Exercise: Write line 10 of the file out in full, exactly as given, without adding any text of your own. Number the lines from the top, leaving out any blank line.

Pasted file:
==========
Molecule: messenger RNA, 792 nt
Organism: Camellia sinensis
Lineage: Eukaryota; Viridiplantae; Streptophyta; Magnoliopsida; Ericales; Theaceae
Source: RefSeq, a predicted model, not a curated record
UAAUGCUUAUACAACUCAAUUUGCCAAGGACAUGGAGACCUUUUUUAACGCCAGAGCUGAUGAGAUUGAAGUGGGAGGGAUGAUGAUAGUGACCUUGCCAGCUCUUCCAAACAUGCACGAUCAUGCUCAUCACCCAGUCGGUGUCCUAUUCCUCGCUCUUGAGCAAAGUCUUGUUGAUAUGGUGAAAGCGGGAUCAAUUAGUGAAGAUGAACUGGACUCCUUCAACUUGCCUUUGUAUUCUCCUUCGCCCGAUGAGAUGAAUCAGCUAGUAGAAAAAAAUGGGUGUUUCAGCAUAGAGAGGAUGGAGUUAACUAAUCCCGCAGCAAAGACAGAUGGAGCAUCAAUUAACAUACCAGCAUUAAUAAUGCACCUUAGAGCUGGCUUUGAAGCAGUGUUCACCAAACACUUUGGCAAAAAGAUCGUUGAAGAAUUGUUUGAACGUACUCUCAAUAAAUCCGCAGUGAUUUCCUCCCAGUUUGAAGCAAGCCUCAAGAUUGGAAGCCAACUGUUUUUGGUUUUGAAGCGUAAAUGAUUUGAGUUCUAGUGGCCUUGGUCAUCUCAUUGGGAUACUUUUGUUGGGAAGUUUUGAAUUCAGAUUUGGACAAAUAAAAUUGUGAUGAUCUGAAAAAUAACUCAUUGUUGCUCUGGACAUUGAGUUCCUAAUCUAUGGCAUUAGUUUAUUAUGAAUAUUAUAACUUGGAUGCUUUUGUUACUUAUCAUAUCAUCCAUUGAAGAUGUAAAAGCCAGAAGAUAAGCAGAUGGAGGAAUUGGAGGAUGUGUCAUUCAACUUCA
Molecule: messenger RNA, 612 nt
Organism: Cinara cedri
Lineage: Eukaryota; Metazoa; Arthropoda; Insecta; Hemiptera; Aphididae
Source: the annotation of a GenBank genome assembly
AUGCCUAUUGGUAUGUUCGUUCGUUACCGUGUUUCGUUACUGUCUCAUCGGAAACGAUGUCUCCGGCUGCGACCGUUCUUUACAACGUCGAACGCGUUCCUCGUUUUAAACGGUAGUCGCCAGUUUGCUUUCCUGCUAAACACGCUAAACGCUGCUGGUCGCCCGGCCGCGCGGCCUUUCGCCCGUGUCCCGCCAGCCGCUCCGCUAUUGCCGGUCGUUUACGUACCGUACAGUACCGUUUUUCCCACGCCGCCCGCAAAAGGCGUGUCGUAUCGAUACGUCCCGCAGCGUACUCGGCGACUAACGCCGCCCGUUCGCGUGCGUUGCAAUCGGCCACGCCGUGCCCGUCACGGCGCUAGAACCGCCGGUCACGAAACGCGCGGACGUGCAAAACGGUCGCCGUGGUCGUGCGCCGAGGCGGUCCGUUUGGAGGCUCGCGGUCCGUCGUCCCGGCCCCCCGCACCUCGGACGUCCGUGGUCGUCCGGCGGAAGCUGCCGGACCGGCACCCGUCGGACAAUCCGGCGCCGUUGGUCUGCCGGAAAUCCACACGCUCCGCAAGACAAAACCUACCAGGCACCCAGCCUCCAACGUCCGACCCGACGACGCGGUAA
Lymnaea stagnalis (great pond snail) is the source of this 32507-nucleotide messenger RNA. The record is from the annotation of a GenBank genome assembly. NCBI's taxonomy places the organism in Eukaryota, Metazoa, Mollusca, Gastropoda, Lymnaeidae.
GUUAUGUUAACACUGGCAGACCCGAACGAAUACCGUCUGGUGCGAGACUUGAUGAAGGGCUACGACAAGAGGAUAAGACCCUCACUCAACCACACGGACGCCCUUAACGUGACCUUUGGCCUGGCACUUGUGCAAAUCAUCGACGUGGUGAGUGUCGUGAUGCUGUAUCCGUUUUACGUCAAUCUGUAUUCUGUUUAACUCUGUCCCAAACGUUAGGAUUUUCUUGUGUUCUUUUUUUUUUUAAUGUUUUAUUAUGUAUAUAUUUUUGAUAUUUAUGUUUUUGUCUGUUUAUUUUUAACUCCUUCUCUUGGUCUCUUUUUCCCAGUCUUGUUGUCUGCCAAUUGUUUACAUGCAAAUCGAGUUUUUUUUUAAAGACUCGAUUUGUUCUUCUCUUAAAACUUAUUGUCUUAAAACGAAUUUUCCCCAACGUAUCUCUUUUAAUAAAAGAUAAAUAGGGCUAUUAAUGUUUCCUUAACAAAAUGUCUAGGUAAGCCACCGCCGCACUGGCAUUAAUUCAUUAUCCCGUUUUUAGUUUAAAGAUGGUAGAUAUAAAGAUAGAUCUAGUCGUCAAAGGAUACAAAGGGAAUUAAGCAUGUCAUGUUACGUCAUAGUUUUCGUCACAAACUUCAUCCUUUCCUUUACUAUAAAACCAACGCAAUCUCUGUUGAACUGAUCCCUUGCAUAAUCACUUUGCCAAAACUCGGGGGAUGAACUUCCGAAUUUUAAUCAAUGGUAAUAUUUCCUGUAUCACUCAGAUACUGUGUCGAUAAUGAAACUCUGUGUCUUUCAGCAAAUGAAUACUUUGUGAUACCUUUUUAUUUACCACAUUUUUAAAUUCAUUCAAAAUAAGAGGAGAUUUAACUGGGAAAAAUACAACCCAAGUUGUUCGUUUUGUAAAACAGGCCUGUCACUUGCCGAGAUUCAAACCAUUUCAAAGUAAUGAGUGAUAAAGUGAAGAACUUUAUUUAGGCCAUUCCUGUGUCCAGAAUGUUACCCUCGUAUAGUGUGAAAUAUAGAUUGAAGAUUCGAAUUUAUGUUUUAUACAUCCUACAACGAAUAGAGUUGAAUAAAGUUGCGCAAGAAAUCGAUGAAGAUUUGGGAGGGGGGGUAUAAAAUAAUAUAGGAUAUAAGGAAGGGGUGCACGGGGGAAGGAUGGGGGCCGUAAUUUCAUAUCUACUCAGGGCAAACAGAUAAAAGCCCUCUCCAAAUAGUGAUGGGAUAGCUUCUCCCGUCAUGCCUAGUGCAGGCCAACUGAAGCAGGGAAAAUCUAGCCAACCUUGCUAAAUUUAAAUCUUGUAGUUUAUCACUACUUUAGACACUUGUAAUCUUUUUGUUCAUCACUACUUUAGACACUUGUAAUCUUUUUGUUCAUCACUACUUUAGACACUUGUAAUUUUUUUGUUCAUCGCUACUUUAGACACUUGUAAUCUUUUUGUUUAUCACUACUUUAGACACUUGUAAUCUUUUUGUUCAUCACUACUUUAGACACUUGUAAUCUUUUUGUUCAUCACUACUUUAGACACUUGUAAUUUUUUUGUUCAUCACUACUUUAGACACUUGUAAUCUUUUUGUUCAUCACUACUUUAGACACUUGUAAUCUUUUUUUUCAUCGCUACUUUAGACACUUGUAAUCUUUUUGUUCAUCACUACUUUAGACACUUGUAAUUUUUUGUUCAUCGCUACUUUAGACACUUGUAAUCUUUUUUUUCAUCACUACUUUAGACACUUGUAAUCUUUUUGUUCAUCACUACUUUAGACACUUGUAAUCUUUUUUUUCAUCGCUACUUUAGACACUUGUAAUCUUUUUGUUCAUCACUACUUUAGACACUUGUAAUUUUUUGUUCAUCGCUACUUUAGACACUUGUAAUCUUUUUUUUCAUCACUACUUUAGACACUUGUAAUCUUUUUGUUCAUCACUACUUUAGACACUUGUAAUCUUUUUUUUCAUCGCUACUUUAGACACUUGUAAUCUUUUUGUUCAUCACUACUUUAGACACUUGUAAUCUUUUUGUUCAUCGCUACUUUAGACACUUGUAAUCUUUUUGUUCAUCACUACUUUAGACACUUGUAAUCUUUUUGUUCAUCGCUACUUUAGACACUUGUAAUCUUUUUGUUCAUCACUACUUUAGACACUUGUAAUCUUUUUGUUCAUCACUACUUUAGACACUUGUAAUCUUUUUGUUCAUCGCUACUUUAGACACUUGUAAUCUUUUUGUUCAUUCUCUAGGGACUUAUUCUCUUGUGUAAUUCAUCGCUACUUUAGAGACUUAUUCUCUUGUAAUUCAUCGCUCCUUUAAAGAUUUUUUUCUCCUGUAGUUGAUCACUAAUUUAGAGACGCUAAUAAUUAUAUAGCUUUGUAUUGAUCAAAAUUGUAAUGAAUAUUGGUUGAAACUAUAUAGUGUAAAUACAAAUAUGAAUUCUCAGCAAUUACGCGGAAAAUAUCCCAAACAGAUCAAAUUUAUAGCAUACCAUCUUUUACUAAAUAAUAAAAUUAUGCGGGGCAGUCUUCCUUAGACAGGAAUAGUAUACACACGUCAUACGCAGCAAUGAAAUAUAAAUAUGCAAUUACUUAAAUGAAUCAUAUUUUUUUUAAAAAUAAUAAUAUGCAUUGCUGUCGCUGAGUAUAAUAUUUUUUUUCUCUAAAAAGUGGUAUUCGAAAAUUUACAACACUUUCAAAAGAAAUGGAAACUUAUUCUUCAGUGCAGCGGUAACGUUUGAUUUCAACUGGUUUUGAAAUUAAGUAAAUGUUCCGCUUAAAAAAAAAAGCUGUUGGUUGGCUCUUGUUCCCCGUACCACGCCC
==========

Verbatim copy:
AUGCCUAUUGGUAUGUUCGUUCGUUACCGUGUUUCGUUACUGUCUCAUCGGAAACGAUGUCUCCGGCUGCGACCGUUCUUUACAACGUCGAACGCGUUCCUCGUUUUAAACGGUAGUCGCCAGUUUGCUUUCCUGCUAAACACGCUAAACGCUGCUGGUCGCCCGGCCGCGCGGCCUUUCGCCCGUGUCCCGCCAGCCGCUCCGCUAUUGCCGGUCGUUUACGUACCGUACAGUACCGUUUUUCCCACGCCGCCCGCAAAAGGCGUGUCGUAUCGAUACGUCCCGCAGCGUACUCGGCGACUAACGCCGCCCGUUCGCGUGCGUUGCAAUCGGCCACGCCGUGCCCGUCACGGCGCUAGAACCGCCGGUCACGAAACGCGCGGACGUGCAAAACGGUCGCCGUGGUCGUGCGCCGAGGCGGUCCGUUUGGAGGCUCGCGGUCCGUCGUCCCGGCCCCCCGCACCUCGGACGUCCGUGGUCGUCCGGCGGAAGCUGCCGGACCGGCACCCGUCGGACAAUCCGGCGCCGUUGGUCUGCCGGAAAUCCACACGCUCCGCAAGACAAAACCUACCAGGCACCCAGCCUCCAACGUCCGACCCGACGACGCGGUAA